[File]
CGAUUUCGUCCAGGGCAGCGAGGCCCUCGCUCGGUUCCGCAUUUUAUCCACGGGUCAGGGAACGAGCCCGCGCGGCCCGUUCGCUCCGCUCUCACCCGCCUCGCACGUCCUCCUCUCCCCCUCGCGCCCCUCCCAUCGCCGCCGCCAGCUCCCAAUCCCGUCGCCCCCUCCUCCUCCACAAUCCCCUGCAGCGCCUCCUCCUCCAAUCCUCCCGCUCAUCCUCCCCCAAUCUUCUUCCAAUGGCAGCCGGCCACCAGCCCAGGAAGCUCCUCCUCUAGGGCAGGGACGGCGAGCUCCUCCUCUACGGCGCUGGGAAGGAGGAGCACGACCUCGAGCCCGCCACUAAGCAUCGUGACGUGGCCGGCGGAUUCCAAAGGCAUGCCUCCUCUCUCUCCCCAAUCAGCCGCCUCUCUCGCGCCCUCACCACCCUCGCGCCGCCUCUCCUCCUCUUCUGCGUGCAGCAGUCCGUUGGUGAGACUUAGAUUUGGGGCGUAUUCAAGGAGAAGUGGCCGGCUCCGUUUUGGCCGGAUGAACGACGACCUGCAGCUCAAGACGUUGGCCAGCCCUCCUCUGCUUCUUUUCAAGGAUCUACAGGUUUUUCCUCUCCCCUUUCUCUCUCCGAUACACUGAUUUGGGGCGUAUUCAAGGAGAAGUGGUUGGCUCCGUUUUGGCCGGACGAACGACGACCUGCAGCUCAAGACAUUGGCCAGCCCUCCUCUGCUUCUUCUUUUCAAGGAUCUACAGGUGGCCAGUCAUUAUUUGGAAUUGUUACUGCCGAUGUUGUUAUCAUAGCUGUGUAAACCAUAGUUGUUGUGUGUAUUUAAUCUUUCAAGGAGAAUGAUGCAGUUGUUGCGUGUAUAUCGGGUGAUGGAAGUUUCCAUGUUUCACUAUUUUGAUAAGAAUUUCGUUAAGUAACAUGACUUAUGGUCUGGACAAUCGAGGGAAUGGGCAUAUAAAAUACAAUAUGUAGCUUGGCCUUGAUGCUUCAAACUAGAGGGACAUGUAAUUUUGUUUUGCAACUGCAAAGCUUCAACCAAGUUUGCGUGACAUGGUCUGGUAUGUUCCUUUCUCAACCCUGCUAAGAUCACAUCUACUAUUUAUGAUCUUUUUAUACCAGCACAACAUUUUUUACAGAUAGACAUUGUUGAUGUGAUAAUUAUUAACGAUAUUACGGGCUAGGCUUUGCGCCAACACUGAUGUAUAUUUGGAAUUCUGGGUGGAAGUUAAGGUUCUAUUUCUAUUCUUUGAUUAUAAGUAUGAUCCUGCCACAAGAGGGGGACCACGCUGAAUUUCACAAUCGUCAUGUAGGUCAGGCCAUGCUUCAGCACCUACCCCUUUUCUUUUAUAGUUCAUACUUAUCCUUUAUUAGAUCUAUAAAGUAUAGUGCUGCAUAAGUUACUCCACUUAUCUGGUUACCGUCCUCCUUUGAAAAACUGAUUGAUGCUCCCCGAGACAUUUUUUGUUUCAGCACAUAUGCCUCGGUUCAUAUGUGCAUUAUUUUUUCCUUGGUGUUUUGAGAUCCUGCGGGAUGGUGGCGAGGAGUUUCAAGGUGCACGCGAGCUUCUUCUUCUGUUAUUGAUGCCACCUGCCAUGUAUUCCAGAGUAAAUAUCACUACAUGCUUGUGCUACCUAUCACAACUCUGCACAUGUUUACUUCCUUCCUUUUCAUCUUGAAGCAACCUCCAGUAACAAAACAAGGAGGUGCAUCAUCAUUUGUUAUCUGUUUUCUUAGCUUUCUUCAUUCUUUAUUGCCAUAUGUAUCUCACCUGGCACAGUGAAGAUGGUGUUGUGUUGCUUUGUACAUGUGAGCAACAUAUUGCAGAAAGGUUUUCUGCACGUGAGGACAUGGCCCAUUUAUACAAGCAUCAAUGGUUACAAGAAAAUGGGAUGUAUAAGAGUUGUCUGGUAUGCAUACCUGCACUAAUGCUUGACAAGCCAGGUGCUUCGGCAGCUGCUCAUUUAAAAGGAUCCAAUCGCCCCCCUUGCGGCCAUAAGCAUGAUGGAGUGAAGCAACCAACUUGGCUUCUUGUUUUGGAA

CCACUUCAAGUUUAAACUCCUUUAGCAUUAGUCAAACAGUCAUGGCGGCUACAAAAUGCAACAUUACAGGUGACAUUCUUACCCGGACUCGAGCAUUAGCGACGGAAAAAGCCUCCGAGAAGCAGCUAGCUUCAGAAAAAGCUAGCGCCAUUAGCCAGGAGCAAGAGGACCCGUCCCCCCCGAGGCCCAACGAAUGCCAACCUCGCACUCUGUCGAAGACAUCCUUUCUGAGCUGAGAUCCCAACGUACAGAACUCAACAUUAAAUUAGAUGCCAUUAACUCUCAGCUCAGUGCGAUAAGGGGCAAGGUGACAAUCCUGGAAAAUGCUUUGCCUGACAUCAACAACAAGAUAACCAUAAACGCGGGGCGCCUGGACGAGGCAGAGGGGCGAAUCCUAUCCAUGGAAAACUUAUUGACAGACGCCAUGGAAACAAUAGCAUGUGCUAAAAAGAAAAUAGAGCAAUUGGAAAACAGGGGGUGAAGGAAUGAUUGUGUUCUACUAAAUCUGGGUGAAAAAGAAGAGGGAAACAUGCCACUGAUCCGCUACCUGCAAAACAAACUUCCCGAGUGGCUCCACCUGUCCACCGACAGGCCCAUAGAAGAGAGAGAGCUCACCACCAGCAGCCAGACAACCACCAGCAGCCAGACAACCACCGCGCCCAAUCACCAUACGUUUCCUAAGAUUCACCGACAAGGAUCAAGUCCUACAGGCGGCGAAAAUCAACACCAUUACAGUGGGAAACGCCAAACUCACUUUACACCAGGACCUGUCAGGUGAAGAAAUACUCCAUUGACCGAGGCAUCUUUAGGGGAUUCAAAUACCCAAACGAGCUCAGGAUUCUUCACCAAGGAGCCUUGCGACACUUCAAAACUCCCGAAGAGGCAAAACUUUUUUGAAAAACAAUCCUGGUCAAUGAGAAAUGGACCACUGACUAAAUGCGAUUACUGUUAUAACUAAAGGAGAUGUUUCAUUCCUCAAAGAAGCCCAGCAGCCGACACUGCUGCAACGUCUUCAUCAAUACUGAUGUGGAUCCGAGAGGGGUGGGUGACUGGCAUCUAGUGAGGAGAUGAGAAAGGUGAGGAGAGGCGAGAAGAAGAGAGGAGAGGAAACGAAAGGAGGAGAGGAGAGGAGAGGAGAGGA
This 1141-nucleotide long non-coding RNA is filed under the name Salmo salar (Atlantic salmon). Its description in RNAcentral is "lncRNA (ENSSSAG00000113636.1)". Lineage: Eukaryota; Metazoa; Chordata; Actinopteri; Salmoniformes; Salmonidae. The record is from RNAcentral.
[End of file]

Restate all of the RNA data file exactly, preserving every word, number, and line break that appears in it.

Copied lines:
CGAUUUCGUCCAGGGCAGCGAGGCCCUCGCUCGGUUCCGCAUUUUAUCCACGGGUCAGGGAACGAGCCCGCGCGGCCCGUUCGCUCCGCUCUCACCCGCCUCGCACGUCCUCCUCUCCCCCUCGCGCCCCUCCCAUCGCCGCCGCCAGCUCCCAAUCCCGUCGCCCCCUCCUCCUCCACAAUCCCCUGCAGCGCCUCCUCCUCCAAUCCUCCCGCUCAUCCUCCCCCAAUCUUCUUCCAAUGGCAGCCGGCCACCAGCCCAGGAAGCUCCUCCUCUAGGGCAGGGACGGCGAGCUCCUCCUCUACGGCGCUGGGAAGGAGGAGCACGACCUCGAGCCCGCCACUAAGCAUCGUGACGUGGCCGGCGGAUUCCAAAGGCAUGCCUCCUCUCUCUCCCCAAUCAGCCGCCUCUCUCGCGCCCUCACCACCCUCGCGCCGCCUCUCCUCCUCUUCUGCGUGCAGCAGUCCGUUGGUGAGACUUAGAUUUGGGGCGUAUUCAAGGAGAAGUGGCCGGCUCCGUUUUGGCCGGAUGAACGACGACCUGCAGCUCAAGACGUUGGCCAGCCCUCCUCUGCUUCUUUUCAAGGAUCUACAGGUUUUUCCUCUCCCCUUUCUCUCUCCGAUACACUGAUUUGGGGCGUAUUCAAGGAGAAGUGGUUGGCUCCGUUUUGGCCGGACGAACGACGACCUGCAGCUCAAGACAUUGGCCAGCCCUCCUCUGCUUCUUCUUUUCAAGGAUCUACAGGUGGCCAGUCAUUAUUUGGAAUUGUUACUGCCGAUGUUGUUAUCAUAGCUGUGUAAACCAUAGUUGUUGUGUGUAUUUAAUCUUUCAAGGAGAAUGAUGCAGUUGUUGCGUGUAUAUCGGGUGAUGGAAGUUUCCAUGUUUCACUAUUUUGAUAAGAAUUUCGUUAAGUAACAUGACUUAUGGUCUGGACAAUCGAGGGAAUGGGCAUAUAAAAUACAAUAUGUAGCUUGGCCUUGAUGCUUCAAACUAGAGGGACAUGUAAUUUUGUUUUGCAACUGCAAAGCUUCAACCAAGUUUGCGUGACAUGGUCUGGUAUGUUCCUUUCUCAACCCUGCUAAGAUCACAUCUACUAUUUAUGAUCUUUUUAUACCAGCACAACAUUUUUUACAGAUAGACAUUGUUGAUGUGAUAAUUAUUAACGAUAUUACGGGCUAGGCUUUGCGCCAACACUGAUGUAUAUUUGGAAUUCUGGGUGGAAGUUAAGGUUCUAUUUCUAUUCUUUGAUUAUAAGUAUGAUCCUGCCACAAGAGGGGGACCACGCUGAAUUUCACAAUCGUCAUGUAGGUCAGGCCAUGCUUCAGCACCUACCCCUUUUCUUUUAUAGUUCAUACUUAUCCUUUAUUAGAUCUAUAAAGUAUAGUGCUGCAUAAGUUACUCCACUUAUCUGGUUACCGUCCUCCUUUGAAAAACUGAUUGAUGCUCCCCGAGACAUUUUUUGUUUCAGCACAUAUGCCUCGGUUCAUAUGUGCAUUAUUUUUUCCUUGGUGUUUUGAGAUCCUGCGGGAUGGUGGCGAGGAGUUUCAAGGUGCACGCGAGCUUCUUCUUCUGUUAUUGAUGCCACCUGCCAUGUAUUCCAGAGUAAAUAUCACUACAUGCUUGUGCUACCUAUCACAACUCUGCACAUGUUUACUUCCUUCCUUUUCAUCUUGAAGCAACCUCCAGUAACAAAACAAGGAGGUGCAUCAUCAUUUGUUAUCUGUUUUCUUAGCUUUCUUCAUUCUUUAUUGCCAUAUGUAUCUCACCUGGCACAGUGAAGAUGGUGUUGUGUUGCUUUGUACAUGUGAGCAACAUAUUGCAGAAAGGUUUUCUGCACGUGAGGACAUGGCCCAUUUAUACAAGCAUCAAUGGUUACAAGAAAAUGGGAUGUAUAAGAGUUGUCUGGUAUGCAUACCUGCACUAAUGCUUGACAAGCCAGGUGCUUCGGCAGCUGCUCAUUUAAAAGGAUCCAAUCGCCCCCCUUGCGGCCAUAAGCAUGAUGGAGUGAAGCAACCAACUUGGCUUCUUGUUUUGGAA

CCACUUCAAGUUUAAACUCCUUUAGCAUUAGUCAAACAGUCAUGGCGGCUACAAAAUGCAACAUUACAGGUGACAUUCUUACCCGGACUCGAGCAUUAGCGACGGAAAAAGCCUCCGAGAAGCAGCUAGCUUCAGAAAAAGCUAGCGCCAUUAGCCAGGAGCAAGAGGACCCGUCCCCCCCGAGGCCCAACGAAUGCCAACCUCGCACUCUGUCGAAGACAUCCUUUCUGAGCUGAGAUCCCAACGUACAGAACUCAACAUUAAAUUAGAUGCCAUUAACUCUCAGCUCAGUGCGAUAAGGGGCAAGGUGACAAUCCUGGAAAAUGCUUUGCCUGACAUCAACAACAAGAUAACCAUAAACGCGGGGCGCCUGGACGAGGCAGAGGGGCGAAUCCUAUCCAUGGAAAACUUAUUGACAGACGCCAUGGAAACAAUAGCAUGUGCUAAAAAGAAAAUAGAGCAAUUGGAAAACAGGGGGUGAAGGAAUGAUUGUGUUCUACUAAAUCUGGGUGAAAAAGAAGAGGGAAACAUGCCACUGAUCCGCUACCUGCAAAACAAACUUCCCGAGUGGCUCCACCUGUCCACCGACAGGCCCAUAGAAGAGAGAGAGCUCACCACCAGCAGCCAGACAACCACCAGCAGCCAGACAACCACCGCGCCCAAUCACCAUACGUUUCCUAAGAUUCACCGACAAGGAUCAAGUCCUACAGGCGGCGAAAAUCAACACCAUUACAGUGGGAAACGCCAAACUCACUUUACACCAGGACCUGUCAGGUGAAGAAAUACUCCAUUGACCGAGGCAUCUUUAGGGGAUUCAAAUACCCAAACGAGCUCAGGAUUCUUCACCAAGGAGCCUUGCGACACUUCAAAACUCCCGAAGAGGCAAAACUUUUUUGAAAAACAAUCCUGGUCAAUGAGAAAUGGACCACUGACUAAAUGCGAUUACUGUUAUAACUAAAGGAGAUGUUUCAUUCCUCAAAGAAGCCCAGCAGCCGACACUGCUGCAACGUCUUCAUCAAUACUGAUGUGGAUCCGAGAGGGGUGGGUGACUGGCAUCUAGUGAGGAGAUGAGAAAGGUGAGGAGAGGCGAGAAGAAGAGAGGAGAGGAAACGAAAGGAGGAGAGGAGAGGAGAGGAGAGGA
This 1141-nucleotide long non-coding RNA is filed under the name Salmo salar (Atlantic salmon). Its description in RNAcentral is "lncRNA (ENSSSAG00000113636.1)". Lineage: Eukaryota; Metazoa; Chordata; Actinopteri; Salmoniformes; Salmonidae. The record is from RNAcentral.